Cites example of soaring number of water main repairs – and the increased costs they bring
Brian Bigger disagreed with senior staffers over his audit examining the way the city tenders contracts. Emphasizing he wasn't looking at anything other than the process of how contracts are tendered and awarded, Bigger brought up a number of concerns.
Using a contract to repair water mains in the city as an example, he said the winning bidder in 2005 estimated the value of the contract to be $247,437 a year. That was based on an estimate of the number of repairs that would be required each year, with a set price for each repair. It was a three-year contract, and the city exercised an option to extend it for another two years.
However, the number of repairs spiked over the five years, meaning the average spent each year was $1.6 million, for a total of almost $8.1 million.
When the contract was tendered again in 2011, Bigger said the firm already doing the work knew the value of the contract would likely be much higher than the estimate, giving it an inside advantage over other bidders.*
“Generally, the higher the volume of work that is estimated, the more competitive the rates a bidder will be willing to offer,” Bigger said. “It is possible that another competitor could have provided even more competitive rates had they known the true value of the total dollar spend under the contract.”
The firm was awarded the contact again in 2011, estimating the cost at $740,000 a year. But actual value in the last three years has been $2.8M a year, as the city's rapidly crumbling water and sewer infrastructure springs more leaks.
Staff should have done a better job in estimating the true value of the contract, Bigger said.
“The concern here is related to the competitive procurement process,” he said. “Only by disclosing the full value of a contract would the city be able to ensure that it is obtaining best value and it is not clear that this goal has been met.”
However, city managers said the contract was issued knowing the number of breaks was likely to increase. That's why, in 2005, the city began using contractors for emergency repairs, since the cost of having city staff working overtime hours to repair breaks in the middle of the night would have been far higher.
Lorella Hayes, the city's chief financial officer, said the contract was designed to ensure the city could react quickly to emergency breaks, and the unit price gave them cost certainty regardless of how many breaks there were.
In the 2005 contract, they estimated there would be 60 breaks a year; in the 2011 contract, they estimated 190. Unlike the auditor, she said they didn't have hindsight to rely on, and so had to make their best guess based on previous years.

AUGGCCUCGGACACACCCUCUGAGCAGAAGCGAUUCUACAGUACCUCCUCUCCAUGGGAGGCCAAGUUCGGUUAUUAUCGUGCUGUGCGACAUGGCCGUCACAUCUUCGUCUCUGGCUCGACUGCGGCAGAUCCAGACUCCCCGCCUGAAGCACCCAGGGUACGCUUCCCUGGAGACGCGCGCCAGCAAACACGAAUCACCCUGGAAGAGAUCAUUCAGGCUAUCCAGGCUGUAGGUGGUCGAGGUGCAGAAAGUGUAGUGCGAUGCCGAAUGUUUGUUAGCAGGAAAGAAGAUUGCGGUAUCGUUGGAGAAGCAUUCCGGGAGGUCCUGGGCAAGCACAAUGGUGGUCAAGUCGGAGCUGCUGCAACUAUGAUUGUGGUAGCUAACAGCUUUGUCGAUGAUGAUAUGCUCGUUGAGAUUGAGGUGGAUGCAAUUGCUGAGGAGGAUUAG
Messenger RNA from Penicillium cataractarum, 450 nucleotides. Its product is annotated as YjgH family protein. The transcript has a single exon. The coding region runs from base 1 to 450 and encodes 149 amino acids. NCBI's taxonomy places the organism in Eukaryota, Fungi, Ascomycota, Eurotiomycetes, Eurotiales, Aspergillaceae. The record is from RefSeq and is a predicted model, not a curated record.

“We used the best (historical) information at hand to estimate volume in those contracts,” she said.
The current contract has allowed the city to respond to a soaring number of water main breaks quickly, she said, without taking staff away from planned maintenance and other work, which would cause even more problems in the long run.
Tony Cecutti, the city's general manager of infrastructure, said the contract also gives them the flexibility to plan emergency repairs during off-peak hours, without increasing the cost of the repair. That's especially important when the affected roads are key arteries.
“It's not uncommon for us to delay a repair on The Kingsway until after 5 p.m. and everyone has gone home,” he said.
In fact, the system Greater Sudbury uses is so efficient in dealing with emergency breaks, other municipalities have sent staffers here to study how it works, Cecutti said.
While the estimates of how many emergency breaks have been off, he said that's a result of the poor state of the city's water infrastructure, which is reflected in the skyrocketing number of emergency breaks.
“We're struggling to estimate how often the breaks will occur,” he said. “Nobody could have predicated accurately the changes in volume.”
He compared it to the winter snowplowing budget, which rises or declines, according to the weather. So how often the city uses contractors depends on factors beyond their control.
“Changes in quantities often change in the course of a contract.”
But Bigger said that was beside the point. He argued that if all contractors knew the potential dollar value of the contract in 2011, it may have attracted more bids.
He recommended tendering the contract again at the end of 2014, rather than picking up the options for another two years.
“When you have contractors doing nine times the volume of the estimate … there seems to be a need to re-evaluate the value of this contract,” he said. “We believe there is a significant opportunity here for the city.”
But Cecutti said the contracts are negotiated according to a set unit price, which protects taxpayers when there is a big increase in the number of repairs. Management also recently negotiated an agreement with its unionized staff to take on more of the emergency repair work, he said, without charging the city normal overtime rates.
“We're learning now how well it's working,” Cecutti said, recommending that the contract should be extended for the last two years. “As long as we believe the unit price represents good value for the taxpayers, we will recommend continuing with the contract.
“We feel very strongly the last tender was very valid. All bidders had the same information.”
*An earlier online version of this story incorrectly stated there was only one bidder for the 2011 water main repair contract. In fact there were three bidders. Northern Life apologizes for the error.
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